Property Law.  A right of reentry or power of termination is a future interest that is created in the grantor when a fee simple subject to condition subsequent is created in the grantee (e.g., A conveys property to B provided that the land is used only for residential purposes, and if used for any other purpose, then A may reenter the property and take the land back).

Reference Desk

McDougall v. Palo Alto Unified School District, 212 Cal. App. 2d 422 (1963):

In the conveyance at hand we encounter no difficulty in concluding that a fee simple determinable rather than a fee simple subject to a condition subsequent has been created. The Restatement defines the latter estate as follows: ‘An estate in fee simple subject to a condition subsequent is created by any limitation which, in an otherwise effective conveyance of land, (a) creates an estate in fee simple; and (b) provides that upon the occurrence of a stated event the conveyor or his successor in interest shall have the power to terminate the estate so created.’ (Rest., Property, § 45.) The corresponding future interest created is termed a right of re-entry for condition broken. As the author of the opinion in the Alamo School District case states ‘[a] right of entry for breach of condition is clearly recognized in California. In classical theory, it was distinguished from the possibility of reverter by the fact that it was not a limitation upon the estate granted—not a measure of its duration—but a condition upon the occurrence of which the granted estate could be cut off by re-entry of the grantor. An example of such a conveyance would be one of a fee simple ‘upon condition that, if St. Paul’s falls, the estate shall terminate.’ The effect is not to terminate the estate automatically, as a reversion does, but to give the grantor a right of reentry, the estate terminating only if the right is exercised.’ (Alamo School District v. Jones, supra, 182 Cal.App.2d at p. 185, 6 Cal.Rptr. at p. 275.)

Both a fee simple determinable and a fee simple subject to condition subsequent involve divesting upon the occurrence of the stated event. The problem presented in such cases is to determine whether the fee simple is to terminate automatically or only upon the exercise by the grantor, his heirs or assigns of the right of re-entry. (Simes and Smith, op. cit., p. 344; Powell, op. cit., p. 40.) Constructional preference *435is for the fee simple on condition subsequent and language of condition facilitates the adoption of such preference and the rejection of a fee simple determinable. (Powell, op. cit., pp. 37, 40–41.) As stated in Henck v. Lake Hemet Water Co., supra, 9 Cal.2d 136, 140, 69 P.2d 849, 851 ‘[t]he difference is a distinct one, and, in the case of a determinable fee which terminates upon the happening of the contingency, the estate is at an end without any further act on the part of the defendant; while in the case of a vested estate subject to defeasance upon condition broken—a condition subsequent—the defendant, upon the happening of the contingency, is entitled only to the right to terminate the estate, or a right of re- **45 entry.’ (See Renner v. Huntington, etc., Oil & Gas Co. (1952), 39 Cal.2d 93, 98, 244 P.2d 895.)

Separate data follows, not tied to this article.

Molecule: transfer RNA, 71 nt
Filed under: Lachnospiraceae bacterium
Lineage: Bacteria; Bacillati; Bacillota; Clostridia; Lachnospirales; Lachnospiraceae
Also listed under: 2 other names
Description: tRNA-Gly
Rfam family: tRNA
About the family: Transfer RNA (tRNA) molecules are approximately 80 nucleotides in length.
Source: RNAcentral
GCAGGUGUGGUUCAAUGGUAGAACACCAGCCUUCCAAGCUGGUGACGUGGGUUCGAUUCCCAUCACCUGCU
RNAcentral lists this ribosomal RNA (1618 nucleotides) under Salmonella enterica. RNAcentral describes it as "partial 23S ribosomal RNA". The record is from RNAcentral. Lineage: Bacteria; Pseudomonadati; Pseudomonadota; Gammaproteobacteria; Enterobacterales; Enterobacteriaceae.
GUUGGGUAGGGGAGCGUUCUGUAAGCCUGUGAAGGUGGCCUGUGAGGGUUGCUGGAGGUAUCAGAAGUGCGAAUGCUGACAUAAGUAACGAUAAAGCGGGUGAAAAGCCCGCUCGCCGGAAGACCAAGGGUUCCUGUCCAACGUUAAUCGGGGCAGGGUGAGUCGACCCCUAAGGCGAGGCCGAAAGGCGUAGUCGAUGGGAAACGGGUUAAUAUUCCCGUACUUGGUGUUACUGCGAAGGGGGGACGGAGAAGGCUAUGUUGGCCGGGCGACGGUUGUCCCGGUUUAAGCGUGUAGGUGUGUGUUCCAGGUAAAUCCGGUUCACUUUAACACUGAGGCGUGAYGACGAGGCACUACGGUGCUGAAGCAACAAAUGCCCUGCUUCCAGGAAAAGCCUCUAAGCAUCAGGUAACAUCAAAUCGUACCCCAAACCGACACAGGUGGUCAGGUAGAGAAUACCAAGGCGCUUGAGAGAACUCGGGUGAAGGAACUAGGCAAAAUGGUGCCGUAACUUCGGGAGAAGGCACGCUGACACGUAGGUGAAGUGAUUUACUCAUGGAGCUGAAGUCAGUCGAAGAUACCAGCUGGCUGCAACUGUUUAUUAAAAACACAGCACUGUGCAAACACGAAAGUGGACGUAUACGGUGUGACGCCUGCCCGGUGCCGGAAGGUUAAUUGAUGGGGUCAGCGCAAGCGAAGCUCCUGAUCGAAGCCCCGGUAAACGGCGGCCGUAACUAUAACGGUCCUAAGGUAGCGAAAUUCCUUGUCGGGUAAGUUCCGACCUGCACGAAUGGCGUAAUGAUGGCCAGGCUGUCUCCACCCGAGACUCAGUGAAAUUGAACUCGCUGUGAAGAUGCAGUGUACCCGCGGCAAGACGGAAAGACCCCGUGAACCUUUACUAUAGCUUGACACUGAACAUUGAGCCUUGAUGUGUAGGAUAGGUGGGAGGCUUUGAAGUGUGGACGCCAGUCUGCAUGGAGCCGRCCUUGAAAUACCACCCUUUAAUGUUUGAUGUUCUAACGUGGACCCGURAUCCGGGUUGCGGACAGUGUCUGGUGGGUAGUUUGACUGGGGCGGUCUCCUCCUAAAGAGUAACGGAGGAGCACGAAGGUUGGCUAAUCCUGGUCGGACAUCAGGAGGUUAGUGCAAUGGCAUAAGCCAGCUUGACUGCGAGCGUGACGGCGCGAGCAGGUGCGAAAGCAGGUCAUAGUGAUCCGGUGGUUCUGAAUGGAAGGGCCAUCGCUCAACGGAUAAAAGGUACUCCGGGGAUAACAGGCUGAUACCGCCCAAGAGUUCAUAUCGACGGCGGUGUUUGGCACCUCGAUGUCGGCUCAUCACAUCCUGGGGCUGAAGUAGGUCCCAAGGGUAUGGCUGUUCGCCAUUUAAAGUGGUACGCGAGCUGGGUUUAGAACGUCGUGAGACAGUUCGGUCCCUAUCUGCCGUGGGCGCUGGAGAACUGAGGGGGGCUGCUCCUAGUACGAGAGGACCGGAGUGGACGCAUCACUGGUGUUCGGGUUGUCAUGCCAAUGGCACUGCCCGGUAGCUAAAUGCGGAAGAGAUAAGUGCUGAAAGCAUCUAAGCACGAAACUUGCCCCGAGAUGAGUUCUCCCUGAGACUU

‘Generally speaking, the apt and appropriate words, evidencing that the grant is on condition subsequent, are found in a provision for forfeiture and right of re-entry.’ (Fitzgerald v. County of Modoc (1913), 164 Cal. 493, 495, 129 P. 794, 44 L.R.A.,N.S., 1229.) In the Restatement of Property it is said that, with exceptions not here applicable, ‘an estate in fee simple subject to a condition subsequent is created by an otherwise effective conveyance which contains 1. some one of the following phrases, namely, ‘upon express condition that,’ or ‘upon condition that,’ or ‘provided that,’ or a phrase of like import; and also 2. a provision that if the stated event occurs, the conveyor ‘may enter and terminate the estate hereby conveyed,’ or a phrase of like import.’ (Rest., Property, § 45, com. j.)

Abboud v. Lakeview, Inc., 223 Neb. 568 (1986):

The deed granted Seymour Lakebed to the City on the following condition:

Provided further that the above described premises shall be used by the grantee solely for purposes of a public park and public recreational area, and upon the use thereof by Grantee for any other purpose, the grantor may declare  its re-entry upon said premises and upon such re-entry or declaration thereof, the above-described property shall revert to and become the property of grantor.

This language created a fee simple condition subsequent. See C. Moynihan, Introduction to the Law of Real Property, ch. 5, § 6 (1962). In this estate the grantor or its heirs or assigns hold a future interest called a right of reentry, or, more commonly, a power of termination. Clarke v. Sisters of Society of the Holy Child Jesus, 82 Neb. 85, 117 N.W. 107 (1908).  If the grantee does not adhere to the conditions in the deed, the grantor may exercise its right of reentry in an action to terminate the estate, such as an action in ejectment. See Volkmer, The Law of Future Interests in Nebraska, 18 Creighton L.Rev. 259 (1985). As long as this does not occur, the grantee holds a possessory fee simple condition subsequent and the grantor holds a future interest in its right of reentry.

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